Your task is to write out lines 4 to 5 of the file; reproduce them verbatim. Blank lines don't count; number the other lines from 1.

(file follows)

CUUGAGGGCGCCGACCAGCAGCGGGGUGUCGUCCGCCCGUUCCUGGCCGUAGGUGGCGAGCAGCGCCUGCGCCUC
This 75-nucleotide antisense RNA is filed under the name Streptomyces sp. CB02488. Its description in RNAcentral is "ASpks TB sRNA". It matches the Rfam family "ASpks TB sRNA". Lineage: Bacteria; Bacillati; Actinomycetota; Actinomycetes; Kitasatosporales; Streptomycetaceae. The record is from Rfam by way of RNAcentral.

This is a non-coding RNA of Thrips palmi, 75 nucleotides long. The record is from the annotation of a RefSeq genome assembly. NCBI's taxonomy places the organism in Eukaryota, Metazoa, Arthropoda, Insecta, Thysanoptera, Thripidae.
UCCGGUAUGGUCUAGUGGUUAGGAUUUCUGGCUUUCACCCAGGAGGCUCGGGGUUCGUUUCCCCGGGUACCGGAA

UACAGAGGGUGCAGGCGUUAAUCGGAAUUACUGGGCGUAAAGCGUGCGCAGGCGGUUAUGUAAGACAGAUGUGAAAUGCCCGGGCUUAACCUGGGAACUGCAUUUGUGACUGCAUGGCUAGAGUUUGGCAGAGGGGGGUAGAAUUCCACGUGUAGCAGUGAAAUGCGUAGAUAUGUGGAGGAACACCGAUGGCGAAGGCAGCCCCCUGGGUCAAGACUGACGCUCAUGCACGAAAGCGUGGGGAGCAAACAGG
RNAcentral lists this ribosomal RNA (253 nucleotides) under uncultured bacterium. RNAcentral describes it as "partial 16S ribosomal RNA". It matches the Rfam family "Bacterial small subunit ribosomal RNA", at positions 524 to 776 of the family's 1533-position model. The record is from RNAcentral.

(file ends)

UCCGGUAUGGUCUAGUGGUUAGGAUUUCUGGCUUUCACCCAGGAGGCUCGGGGUUCGUUUCCCCGGGUACCGGAA

UACAGAGGGUGCAGGCGUUAAUCGGAAUUACUGGGCGUAAAGCGUGCGCAGGCGGUUAUGUAAGACAGAUGUGAAAUGCCCGGGCUUAACCUGGGAACUGCAUUUGUGACUGCAUGGCUAGAGUUUGGCAGAGGGGGGUAGAAUUCCACGUGUAGCAGUGAAAUGCGUAGAUAUGUGGAGGAACACCGAUGGCGAAGGCAGCCCCCUGGGUCAAGACUGACGCUCAUGCACGAAAGCGUGGGGAGCAAACAGG